Bent Arm Exercise #3 – L-Sit to Bent Arm Stand

The L-sit is a standard bodyweight move that we’ll put in motion, lifting our hips back and up into the bent arm stand.

Keep your elbows in tight and just as in the Floating Crane Push-Ups, you’ll be using your core strongly. This combination move from straight to bent arms is great for developing body control.

Bent Arm Exercise #4 – Bent Arm Press to Handstand

This exercise now takes you from bent arms to straight arms into the handstand. It’s not an easy move by any means!

The important cues here are to keep your elbows in tight and maintain the vertical alignment of your shoulders directly over your hands.

Parallettes and Floor Skill Fusion #2 – Straight Arm Strength

In this next video, I’ll show you exercises that emphasize more of the straight arm strength that is a staple of gymnastic style training.


Straight Arm Exercise #1 – Tuck to Straddle Planche Repeats

Starting off in a tuck hold, bring your knees back and straighten into the straddle planche for a second, then return to the tuck and repeat. The key here is keeping your elbows locked the entire time.

You could do this exercise with bent arms, but it’d be an entirely different move.

Straight Arm Exercise #2 – Straddle Press Repeats

Here, we’ll do a straddle press to handstand, but instead of stopping in the handstand, bring your legs back down to lightly touch to the level of your hands and then lift back up again. Emphasize a slower negative to develop control.

You’ll want to have a solid handstand before attempting this exercise.

Straight Arm Exercise #3 – V-Sit to Handstand

The V-sit is more difficult than an L-Sit, requiring more abdominal and hip flexor strength to get the position. That core will be worked even more as you lift back and up into the handstand.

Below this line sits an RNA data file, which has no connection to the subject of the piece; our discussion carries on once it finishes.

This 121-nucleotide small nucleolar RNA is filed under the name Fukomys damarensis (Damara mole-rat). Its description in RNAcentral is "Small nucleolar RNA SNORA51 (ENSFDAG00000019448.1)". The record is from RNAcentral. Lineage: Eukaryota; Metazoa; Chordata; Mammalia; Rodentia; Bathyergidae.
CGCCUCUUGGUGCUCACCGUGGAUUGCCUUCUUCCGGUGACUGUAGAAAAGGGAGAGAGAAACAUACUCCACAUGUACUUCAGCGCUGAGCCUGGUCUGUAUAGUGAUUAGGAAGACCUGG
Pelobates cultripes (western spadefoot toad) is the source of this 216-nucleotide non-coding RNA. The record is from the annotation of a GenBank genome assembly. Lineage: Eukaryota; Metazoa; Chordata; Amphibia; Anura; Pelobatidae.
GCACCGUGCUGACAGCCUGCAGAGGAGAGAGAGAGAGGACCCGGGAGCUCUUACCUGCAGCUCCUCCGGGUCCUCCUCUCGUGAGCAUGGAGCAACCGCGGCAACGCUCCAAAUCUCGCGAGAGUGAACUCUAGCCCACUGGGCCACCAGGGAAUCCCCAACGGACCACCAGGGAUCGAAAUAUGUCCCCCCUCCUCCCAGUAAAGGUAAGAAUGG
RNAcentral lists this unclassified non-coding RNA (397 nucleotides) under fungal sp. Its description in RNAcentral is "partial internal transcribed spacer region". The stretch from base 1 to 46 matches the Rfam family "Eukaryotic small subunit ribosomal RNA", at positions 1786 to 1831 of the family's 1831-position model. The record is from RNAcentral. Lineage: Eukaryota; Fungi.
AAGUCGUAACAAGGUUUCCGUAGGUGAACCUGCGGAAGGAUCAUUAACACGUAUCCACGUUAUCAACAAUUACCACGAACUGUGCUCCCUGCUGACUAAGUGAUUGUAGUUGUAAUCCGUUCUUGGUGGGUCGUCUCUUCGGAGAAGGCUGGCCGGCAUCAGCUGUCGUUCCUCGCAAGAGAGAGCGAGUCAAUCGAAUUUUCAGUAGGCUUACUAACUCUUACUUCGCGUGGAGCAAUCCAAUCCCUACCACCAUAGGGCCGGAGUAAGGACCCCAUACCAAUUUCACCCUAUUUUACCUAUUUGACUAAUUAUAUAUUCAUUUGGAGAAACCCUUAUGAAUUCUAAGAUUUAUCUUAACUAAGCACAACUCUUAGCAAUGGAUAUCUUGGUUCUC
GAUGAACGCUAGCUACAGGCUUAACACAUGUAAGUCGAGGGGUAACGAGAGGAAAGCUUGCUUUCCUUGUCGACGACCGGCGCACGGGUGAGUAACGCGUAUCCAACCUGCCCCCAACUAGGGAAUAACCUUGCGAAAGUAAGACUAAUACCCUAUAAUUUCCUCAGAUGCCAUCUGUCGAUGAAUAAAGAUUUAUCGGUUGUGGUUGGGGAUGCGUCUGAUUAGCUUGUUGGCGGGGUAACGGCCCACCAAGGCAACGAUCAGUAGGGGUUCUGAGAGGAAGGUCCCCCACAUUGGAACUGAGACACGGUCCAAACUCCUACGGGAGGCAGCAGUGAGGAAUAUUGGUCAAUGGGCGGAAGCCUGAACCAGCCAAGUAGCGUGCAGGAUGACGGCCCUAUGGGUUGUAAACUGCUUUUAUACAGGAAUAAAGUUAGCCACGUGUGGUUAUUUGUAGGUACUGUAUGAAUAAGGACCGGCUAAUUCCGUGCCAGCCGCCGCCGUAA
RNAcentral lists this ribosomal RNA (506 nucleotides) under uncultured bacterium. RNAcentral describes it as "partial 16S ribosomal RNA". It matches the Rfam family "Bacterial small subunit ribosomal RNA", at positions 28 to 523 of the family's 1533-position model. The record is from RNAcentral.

Modifying Upper Body Bodyweight Exercises with Suspension Training

In this post I’ve shared some of my favorite exercises for upper body and core strength development, using the parallettes and the floor.

These certainly aren’t beginners’ movements, but are meant for those of you that have been working hard on your strength, and are ready for a new challenge for your bodyweight movements.

If you are new to fitness and want to control the difficulty of bodyweight training, it would be a good idea to consider gym rings or some type of suspension system.

Any beginner can rapidly enhance their bodyweight training performance with s using hundreds of drills; even so, the people who may benefit the most are those new to training all together.

Suspension training uses gravity and your bodyweight to give you hundreds of exercises that can enhance your strength, conditioning, and agility like no other tool available.

Perform hundreds of calisthenic-based movements in a variety of ways to increase your ability to move in new, dynamic ways.

Suspension Training exercises can be broken down into three types: Double Ring Drills, Single Ring Drills, and Hanging Rope Drills.

Each type has tons of different exercises that can be performed to specifically target the upper body, lower body, and core, as well as full-body dynamic movements as well and the Onnit Academy will be releasing hundreds of exercises and routines in their database.

Liked this post? Find more free step-by-step tutorials, in addition to our complete programs, at Visit our site for more information on how to use bodyweight skill exercise to improve your strength, flexibility, and body control.

Ryan Hurst is the Program Director for GMB Fitness, with over 20 years of experience in strength and movement coaching. He holds black belts in Kendo, Judo, and Shorinji Kempo, and he practiced for 10 years as a competitive gymnast. These days, Ryan spends most of his time playing with his kids and helping others move better.